As healthcare entities throughout Texas and Florida work tirelessly to put back the pieces following hurricanes Harvey and Irma, reflection is likely top of mind. These devastating storms and resulting widespread power outages are a true test of just how far healthcare technology has come. They are also a strong reminder of the importance of disaster preparedness to ensure continuity of care.
Natural disasters happen. Hurricanes, snow storms, earth quakes; no business or person is immune. Independent of natural disasters, widespread power outages can occur any time. For those who don’t account for the possibility, the impact can be substantial. Continuity of care and patient satisfaction will be negatively impacted, and a facility’s reputation potentially damaged.
To ensure continuity of care, everyone involved in patient care must be aware of each resident’s complete medical history at all times. This information is essential to avoid duplication of medications and miscommunication on the resident’s plan of care. With patient health information in hand, existing medical conditions and current treatments can be viewed regardless of where a patient is physically located or what natural disasters may occur.
Technology such as electronic medical record systems and clinical software systems are increasingly utilized in long-term care facilities to help streamline day-to-day processes and workflow. These same systems can (and should) be used to ensure continuity of care during an emergency.
While most long-term care facilities have disaster preparedness plans in place, many of these plans don’t incorporate the use of technology. Equally as alarming, those plans that do take technology into consideration are rarely (if ever) tested by facility staff prior to an actual event. It is only when a disaster happens that many discover the plan they have is inadequate, no one knows how to use it, and/or it simply doesn’t work. When this happens PHI is inaccessible and staff are left scrambling. If a mock drill is not conducted in advance of an event, there is no way to know if the processes outlined within your plan will work.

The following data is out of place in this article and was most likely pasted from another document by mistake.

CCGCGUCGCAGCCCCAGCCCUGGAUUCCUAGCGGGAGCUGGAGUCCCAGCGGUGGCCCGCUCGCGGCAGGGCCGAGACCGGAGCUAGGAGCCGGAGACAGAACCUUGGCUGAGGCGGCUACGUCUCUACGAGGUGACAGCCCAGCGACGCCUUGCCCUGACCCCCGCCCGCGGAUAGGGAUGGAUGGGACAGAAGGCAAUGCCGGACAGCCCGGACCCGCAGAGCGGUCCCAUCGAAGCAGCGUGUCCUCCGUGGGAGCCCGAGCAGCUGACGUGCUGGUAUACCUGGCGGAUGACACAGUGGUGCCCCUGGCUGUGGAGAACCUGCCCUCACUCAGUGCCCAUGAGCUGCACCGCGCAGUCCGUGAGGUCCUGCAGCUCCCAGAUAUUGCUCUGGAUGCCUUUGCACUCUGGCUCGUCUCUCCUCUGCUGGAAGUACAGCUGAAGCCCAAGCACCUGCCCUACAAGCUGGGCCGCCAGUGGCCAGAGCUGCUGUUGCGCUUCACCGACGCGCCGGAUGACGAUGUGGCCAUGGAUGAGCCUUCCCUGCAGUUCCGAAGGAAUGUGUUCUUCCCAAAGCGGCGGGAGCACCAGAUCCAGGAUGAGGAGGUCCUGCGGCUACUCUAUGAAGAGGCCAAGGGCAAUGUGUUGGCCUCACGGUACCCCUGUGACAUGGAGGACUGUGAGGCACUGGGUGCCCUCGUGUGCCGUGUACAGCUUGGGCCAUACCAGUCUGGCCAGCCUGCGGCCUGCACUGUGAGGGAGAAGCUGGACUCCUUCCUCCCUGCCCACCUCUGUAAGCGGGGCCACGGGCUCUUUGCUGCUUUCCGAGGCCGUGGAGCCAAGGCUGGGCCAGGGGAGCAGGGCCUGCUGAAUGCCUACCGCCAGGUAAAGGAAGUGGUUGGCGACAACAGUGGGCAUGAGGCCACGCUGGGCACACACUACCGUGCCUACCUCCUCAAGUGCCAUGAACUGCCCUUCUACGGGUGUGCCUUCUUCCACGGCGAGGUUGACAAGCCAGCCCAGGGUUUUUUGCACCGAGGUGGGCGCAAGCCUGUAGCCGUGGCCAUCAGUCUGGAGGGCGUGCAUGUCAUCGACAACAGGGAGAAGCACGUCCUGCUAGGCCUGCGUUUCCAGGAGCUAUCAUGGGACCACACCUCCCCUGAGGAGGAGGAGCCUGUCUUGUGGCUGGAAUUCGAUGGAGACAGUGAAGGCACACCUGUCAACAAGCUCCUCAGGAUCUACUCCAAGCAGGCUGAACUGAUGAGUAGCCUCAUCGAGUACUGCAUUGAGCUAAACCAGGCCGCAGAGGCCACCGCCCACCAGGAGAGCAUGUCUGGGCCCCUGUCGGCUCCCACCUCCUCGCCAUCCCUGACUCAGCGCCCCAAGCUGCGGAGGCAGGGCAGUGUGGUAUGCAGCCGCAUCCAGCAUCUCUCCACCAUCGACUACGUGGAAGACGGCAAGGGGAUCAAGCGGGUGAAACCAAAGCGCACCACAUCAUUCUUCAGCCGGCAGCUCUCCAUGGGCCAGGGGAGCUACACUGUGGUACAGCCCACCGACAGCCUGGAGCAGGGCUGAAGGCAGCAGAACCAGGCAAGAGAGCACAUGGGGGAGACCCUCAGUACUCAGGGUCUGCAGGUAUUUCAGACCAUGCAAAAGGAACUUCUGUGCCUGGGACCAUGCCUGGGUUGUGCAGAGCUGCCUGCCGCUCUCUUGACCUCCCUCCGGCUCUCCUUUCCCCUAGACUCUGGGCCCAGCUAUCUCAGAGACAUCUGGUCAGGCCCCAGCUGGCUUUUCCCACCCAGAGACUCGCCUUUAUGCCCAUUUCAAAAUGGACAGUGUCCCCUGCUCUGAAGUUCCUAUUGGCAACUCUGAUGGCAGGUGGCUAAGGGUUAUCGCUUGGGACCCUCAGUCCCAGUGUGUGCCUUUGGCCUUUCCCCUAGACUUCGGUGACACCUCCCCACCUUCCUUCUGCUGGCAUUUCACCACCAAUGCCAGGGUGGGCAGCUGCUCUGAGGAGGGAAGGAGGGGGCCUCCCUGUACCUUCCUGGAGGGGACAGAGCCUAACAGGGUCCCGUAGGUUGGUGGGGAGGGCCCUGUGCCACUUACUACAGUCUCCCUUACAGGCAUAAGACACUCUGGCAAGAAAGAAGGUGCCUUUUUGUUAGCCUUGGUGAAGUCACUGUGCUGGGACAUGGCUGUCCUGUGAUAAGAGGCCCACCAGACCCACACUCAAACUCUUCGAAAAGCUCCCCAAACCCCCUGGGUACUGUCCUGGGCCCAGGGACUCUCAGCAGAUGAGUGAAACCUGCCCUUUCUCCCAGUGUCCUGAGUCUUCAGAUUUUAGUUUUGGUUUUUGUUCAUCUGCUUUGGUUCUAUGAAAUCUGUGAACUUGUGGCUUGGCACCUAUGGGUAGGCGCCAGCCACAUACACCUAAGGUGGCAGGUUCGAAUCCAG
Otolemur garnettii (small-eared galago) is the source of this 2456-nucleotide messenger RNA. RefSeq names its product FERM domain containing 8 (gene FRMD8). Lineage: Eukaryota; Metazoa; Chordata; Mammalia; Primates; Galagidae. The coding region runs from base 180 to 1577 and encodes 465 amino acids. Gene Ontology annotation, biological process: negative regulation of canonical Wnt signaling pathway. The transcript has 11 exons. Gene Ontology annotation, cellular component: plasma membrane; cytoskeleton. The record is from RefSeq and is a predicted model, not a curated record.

Disaster preparedness is much more than some steps printed on paper and stuck in a folder, binder or policy book. It is developing a plan and testing that plan, step by step, to make sure it works and that everyone is familiar with their role. It also requires getting your EMR vendor involved.
Power outages and lost internet connection should not render PHI inaccessible. There are various ways to access information regardless of the situation. It’s important to work with your EMR vendor, before a disaster strikes, to determine which approach is right for your facility and your budget.
Many long-term care facilities have a generator back-up (red outlet). These generators can be wired to power your server and your printer. For example, using transactional log shipping your EMR vendor can set up a minimal SQL database on a computer that is connected to outlets at your facility that run off of a backup generator. This allows information to be accessed directly from your laptop. Staff accessing information on the laptop can either share or hook the laptop up to the printer to print information.
If an Internet connection is required, your vendor can work with you to set up a dedicated laptop with its own ISP Verizon, Sprint or other provider’s data card that connects to 4G Internet. You simply register with a hosted service/EMR provider and set the laptop aside in a safe place in the event of a disaster. In either scenario, if a long-term outage and/or resident transfers are necessary, PHI can be saved from your laptop to an electronic file for easy handover.
In an event of a disaster, when there is no internet and no electricity, it is essential that long-term care facilities have a tested plan in place that allows PHI to be accessed and shared.
How do you do this? Talk to your EMR vendor — they have solutions. Your EMR vendor should play a key role in deciphering the needs of your facility and work closely with you to design (and test) a disaster recovery plan that actually works. Maintaining continuity of care during a disaster doesn’t have to cost a fortune. It doesn’t require special interfaces nor a lot of ground work. However, it does require a partnership with your EMR vendor.